A couple of days ago my friend Ib, of the blog Tiny Grace Notes, whom I was staying with, drove me to the airport. Ib knows me pretty well and could tell I was nervous, as I have become increasingly as I get older, about getting to the airport, going through security and making my flight, even though we were leaving ample time to do all of that. Still the combination of nerves due to traveling, my busy work schedule, being away from my family for so long, being tired and going to an unfamiliar airport had me on high alert.
It was snowing a little so we needed to have the window wipers on or Ib wouldn’t be able to see well enough to drive safely. But the wipers made a scraping noise that I found almost intolerable. Every time the wipers ran across the window they vibrated and made a noise that was akin to finger nails being raked along a chalk board. It was jarring and I could feel my body tense, so I gritted my teeth and began an internal dialogue with myself to try to calm and as I did all of this, I thought of my daughter. I thought about what it must be like to be bombarded with sounds and sensations that she cannot speak of, or if she does speak of them, the words that she speaks are not what she intends to say, so people are left confused, asking questions or simply ignoring.
As we drove and Ib, being Ib, had already sensed my tension and anxiety and was doing everything in her power to take care of me, I thought about how it is only recently that I’ve become hyper aware of certain sounds, sights, tastes, smells, and how things feel to the touch. It is because of my daughter and other Autistic people I’ve met and/or read and heard speak about such things, that I have begun to see how, things I once learned to ignore are now things I cannot ignore, like those window wipers scraping against the window and making me so upset it was all I could do to sit quietly and not begin to cry. I am grateful for this as it makes me far more understanding of what my daughter and others might be going through at times.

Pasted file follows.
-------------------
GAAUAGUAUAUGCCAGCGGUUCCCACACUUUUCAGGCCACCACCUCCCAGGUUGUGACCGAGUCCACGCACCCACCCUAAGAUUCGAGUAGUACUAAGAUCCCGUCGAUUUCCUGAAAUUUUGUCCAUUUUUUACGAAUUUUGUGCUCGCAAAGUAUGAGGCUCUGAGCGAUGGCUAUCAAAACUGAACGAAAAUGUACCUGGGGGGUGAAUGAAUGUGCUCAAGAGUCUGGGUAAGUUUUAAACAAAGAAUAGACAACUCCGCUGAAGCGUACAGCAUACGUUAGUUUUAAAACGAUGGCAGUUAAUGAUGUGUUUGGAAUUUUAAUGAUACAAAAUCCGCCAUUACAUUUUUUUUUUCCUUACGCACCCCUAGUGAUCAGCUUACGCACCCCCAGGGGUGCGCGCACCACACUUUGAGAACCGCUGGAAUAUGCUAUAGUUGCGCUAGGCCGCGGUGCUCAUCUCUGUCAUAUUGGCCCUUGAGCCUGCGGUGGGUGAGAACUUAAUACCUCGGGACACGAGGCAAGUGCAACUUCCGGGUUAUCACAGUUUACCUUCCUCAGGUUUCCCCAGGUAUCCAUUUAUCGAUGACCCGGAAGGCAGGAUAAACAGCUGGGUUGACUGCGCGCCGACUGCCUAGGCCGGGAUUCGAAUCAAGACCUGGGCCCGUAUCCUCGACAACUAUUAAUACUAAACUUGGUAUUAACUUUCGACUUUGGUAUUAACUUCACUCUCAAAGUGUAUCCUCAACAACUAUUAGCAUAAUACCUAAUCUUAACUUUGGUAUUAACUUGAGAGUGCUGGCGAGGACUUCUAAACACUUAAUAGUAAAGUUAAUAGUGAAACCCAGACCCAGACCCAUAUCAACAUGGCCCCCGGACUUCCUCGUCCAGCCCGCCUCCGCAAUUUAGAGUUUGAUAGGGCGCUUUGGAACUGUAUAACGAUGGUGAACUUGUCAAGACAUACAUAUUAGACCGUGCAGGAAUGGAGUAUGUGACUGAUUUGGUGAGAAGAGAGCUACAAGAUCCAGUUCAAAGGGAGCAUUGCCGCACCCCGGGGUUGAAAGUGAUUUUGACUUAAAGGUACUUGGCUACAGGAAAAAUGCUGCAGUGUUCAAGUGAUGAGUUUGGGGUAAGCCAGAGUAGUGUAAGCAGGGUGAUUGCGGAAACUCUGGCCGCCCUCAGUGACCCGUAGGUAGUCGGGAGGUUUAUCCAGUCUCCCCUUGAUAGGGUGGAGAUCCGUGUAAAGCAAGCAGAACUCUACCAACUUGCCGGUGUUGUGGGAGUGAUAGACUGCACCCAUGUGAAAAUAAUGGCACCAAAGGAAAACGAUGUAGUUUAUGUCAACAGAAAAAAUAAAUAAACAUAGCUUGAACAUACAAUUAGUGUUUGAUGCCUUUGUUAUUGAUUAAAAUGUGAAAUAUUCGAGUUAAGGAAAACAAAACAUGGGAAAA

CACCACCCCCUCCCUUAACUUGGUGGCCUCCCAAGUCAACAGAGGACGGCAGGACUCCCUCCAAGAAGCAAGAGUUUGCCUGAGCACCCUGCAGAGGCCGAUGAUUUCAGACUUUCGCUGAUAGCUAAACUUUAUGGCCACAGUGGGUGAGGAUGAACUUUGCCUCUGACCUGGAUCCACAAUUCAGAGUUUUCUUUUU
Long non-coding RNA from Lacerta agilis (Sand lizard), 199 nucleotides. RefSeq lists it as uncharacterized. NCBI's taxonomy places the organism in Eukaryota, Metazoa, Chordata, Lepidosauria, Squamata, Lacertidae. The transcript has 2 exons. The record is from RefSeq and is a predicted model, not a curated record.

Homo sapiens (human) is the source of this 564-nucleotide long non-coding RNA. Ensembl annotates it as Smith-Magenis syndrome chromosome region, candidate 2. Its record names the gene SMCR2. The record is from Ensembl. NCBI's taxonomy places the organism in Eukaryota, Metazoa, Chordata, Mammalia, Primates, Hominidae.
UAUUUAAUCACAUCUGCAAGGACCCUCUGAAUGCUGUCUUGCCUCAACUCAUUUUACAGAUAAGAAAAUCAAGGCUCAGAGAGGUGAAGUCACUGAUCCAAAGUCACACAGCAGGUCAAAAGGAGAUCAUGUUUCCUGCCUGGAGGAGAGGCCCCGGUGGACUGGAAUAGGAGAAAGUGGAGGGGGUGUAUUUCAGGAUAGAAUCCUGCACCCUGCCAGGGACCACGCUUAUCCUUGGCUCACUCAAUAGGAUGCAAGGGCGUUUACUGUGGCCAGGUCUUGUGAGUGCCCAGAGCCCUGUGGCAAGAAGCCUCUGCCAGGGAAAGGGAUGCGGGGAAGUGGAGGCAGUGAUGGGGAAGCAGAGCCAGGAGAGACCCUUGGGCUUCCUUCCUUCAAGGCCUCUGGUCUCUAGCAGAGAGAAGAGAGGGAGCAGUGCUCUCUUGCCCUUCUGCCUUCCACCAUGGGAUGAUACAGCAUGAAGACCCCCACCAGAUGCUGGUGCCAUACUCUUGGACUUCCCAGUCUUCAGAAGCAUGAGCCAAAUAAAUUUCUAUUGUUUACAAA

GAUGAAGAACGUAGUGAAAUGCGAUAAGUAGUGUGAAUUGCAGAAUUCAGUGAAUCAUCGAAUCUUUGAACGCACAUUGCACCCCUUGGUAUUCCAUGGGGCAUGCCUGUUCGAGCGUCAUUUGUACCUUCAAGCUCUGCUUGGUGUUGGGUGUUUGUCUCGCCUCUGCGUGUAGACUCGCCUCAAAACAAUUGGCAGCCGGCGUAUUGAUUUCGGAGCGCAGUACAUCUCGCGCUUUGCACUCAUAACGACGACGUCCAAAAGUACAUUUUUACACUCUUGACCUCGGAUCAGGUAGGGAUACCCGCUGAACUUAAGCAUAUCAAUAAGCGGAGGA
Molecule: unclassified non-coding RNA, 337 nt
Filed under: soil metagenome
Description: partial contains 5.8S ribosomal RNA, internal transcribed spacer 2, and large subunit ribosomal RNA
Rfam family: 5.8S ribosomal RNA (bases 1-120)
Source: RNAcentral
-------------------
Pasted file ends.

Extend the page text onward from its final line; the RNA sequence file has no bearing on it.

Ib began to very quietly and gently tell me what she was about to do, before she did it. So, for example, she would say things like, (I’m making this up as I can’t remember her exact words now) “just up ahead I’m going to slow a little and get into the right lane” or “the exit we want is in another 2 miles to the left” or whatever it was, she would say these things in that lovely, mellifluous voice of hers and I began to calm down. Ibby was modeling, actively demonstrating what I need to do for my daughter. She was also being a kind, sensitive and deeply compassionate friend to me and I sat there, my eyes fixed on the traffic around us, feeling so thankful that I know her and am friends with her.
As we drove along and I began to relax a little, I imagined a place where non autistic people would go where they would be given the very real experience of what it might be like for an Autistic person. I fantasized that there would be all manner of sensations, highly elevated and constantly changing as examples of what might be another person’s experience of daily life. Just as I found those window wipers so harsh and grating that I could not engage in conversation, I imagined that this place would both bombard the person as well as under stimulate so the person could experience what it is like to alternate between not being able to hear, taste, see, feel, smell and during all of this, demands would be placed on the person. Not just demands, but the person would be required to answer questions within a specific time frame and if they didn’t answer or got the answer wrong they would be required to go back and start all over again. However regardless of whether they got the answer right the sensations would remain, the things they would try to do to calm themselves would not be allowed or taken away and they would be forced to stay in this place indefinitely.
As Ibby helped me retrieve my bags from the car I felt tremendous relief knowing that I would be able to manage the curbside check-in, knew I would not lose the ability to speak, knew I would be able to find the correct line to go through for security, find the correct gate and wait for my flight. All the things I do without thinking, without questioning, things I take for granted. But I also was aware that this relief is not what others, others like my daughter, necessarily experience.